Of course, you can not get enough of Lakeshore, or Cedar Cove. There is the Stone Creek series...gotta love those cowboys, and gals too.

Not really a series, but reoccuring characters from historicals and contemparies written by Judith McNaught. I enjoy seeing the characters "age"...unfortunately she is one of those that had to explain the age of Matt Farrell. Well, that's it for me.

Hey, we need to go for lunch again.

Molly Daniels said... the hell did I leave out Trixie Belden? I think between my sis I, we owned nearly every copy! I own a few Nancy Drew, but the majority I borrowed from the library.

I have heard several authors talk about authors 'betraying' their readers when the character does something unexpected. But don't characters evolve over time, rather than staying stagnant? I agree to some point; you wouldn't want a beloved character to switch gears IMMEDIATELY; something would have to 'flip the switch' to cause a certain behavior. And yes, I cried when my favorite western series killed off beloved characters, but it was for the sake of the storyline and natural deaths DO occur. You can't have a series which spans decades, but a character never 'aging'. Anyone else read North and South (John Jakes), or Wagon's West (Dana Fuller Ross)?

Anonymous said...

Hi :)
Thank you for sharing Susan.
A great post!
It made me think of The Black Stallion books.
All the best,

MargaretD said...

Molly, We, and I have to say "we" because I am the oldest of 2 other sisters...own ALL the Trixie Belden books. They are in safe keeping at my parent's home. It is a debate as to who actually they belong to. Yikes!!!

Mary (Bookfan) said...

I guess my first series was Nancy Drew. Every cent I made babysitting went to those books! I love the Lakeshore Chronicles, Virgin River, Mitford, Covington (Joan Medlicot), Staggerford (Jon Hassler's books).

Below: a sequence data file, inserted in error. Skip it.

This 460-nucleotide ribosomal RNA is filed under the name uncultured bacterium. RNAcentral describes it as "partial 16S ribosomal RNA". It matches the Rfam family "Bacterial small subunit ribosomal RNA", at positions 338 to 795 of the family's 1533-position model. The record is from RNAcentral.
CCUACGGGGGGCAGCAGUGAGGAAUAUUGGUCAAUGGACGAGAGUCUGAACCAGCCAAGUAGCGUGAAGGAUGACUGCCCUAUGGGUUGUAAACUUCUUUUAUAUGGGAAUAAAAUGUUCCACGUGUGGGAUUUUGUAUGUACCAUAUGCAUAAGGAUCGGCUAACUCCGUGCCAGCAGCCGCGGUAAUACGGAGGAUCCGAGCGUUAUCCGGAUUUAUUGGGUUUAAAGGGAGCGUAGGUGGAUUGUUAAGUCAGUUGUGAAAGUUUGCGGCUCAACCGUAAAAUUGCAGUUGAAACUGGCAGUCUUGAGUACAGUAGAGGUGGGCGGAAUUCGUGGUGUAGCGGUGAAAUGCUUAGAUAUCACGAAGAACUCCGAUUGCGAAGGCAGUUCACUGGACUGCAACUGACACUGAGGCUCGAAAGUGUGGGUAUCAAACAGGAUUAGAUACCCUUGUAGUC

I usually find an author I enjoy and read anything they write (stand-alone or series).

Great post, Susan!

Kathleen O said...

Great interview Susan and Carrie
When I think of a series, one must go to your Lakeside Chronicles, which your readers want to read more and more about the people who live in and around Avalon..
But I also think about Robyn Carr's Virgin River or Lisa Kleypas Wallflower series.
I think we find it fansinating to imagine how we might fit into these peoples lives and the towns they live in..

Sheila Deeth said...

I think my husband is a series addict. He likes predictability, and I guess series do tend to give the reader that. He's also a genius at finding new series that he knows I will like, and getting me likewise addicted.

You mentioned abridged audio-books. I've found one excellent use for them - long trips to meet kids at college. The real thing might require too much thought and memory. But the abridged versions are just the right length for the journey, and just the right complexity to keep us all awake.

Carrie said...

Hmm, you know, I still can't take them and I've tried! I'm glad there are some readers out there like you Sheila who can appreciate the abridged versions!

Thanks to everyone who shared their memories with us so far today, because they've all been interesting!

Please continue to comment, though, because we would like to hear more!

Anonymous said...

My name is Emmanuelle and I'm a series addict.
No really, I enjoy stand alones but not as much as series. The main reason is that I HATE to say goodbye to character I've come to know and love.
I'm very glad to see y
ou blogging here today and very excited about your upcoming releases.
I just read The You I Never Knew last week-end and loved it (second chance at love/reunion is probably my favorite storyline).

Anonymous said...

Wow, when I was a kid I read all the Trixie Beldon, Sweet Valley High books. I also used to get the Bobbsey Twins out of the libray but there were a lot missing because it was an old series. Now I still love series. I love Debbie Macomber's cedar cove series, Fern Michaels Texas and Vegas series, Sherryl Woods has a few series that I devoured. I am also addicted to the lakeshore chronicles. I am sure there are more that I have read, Rachel Gibson has a few stories that are connected as well.
I agree with the abridged and unabridged books on CD, I buy the audio books for work and the abridged ones really do make you feel like you are missing something, especially if you have already read the book.

Anonymous said...

I do enjoy the series books as well. I am alsways trying to change the ending of a book or imagining what happens further in their lives past the story read. I alos love Robyn's Virgin River Series, D.Macomber's Cedar Cove series and many more. So keep up the good work and we will keep reading them. Diana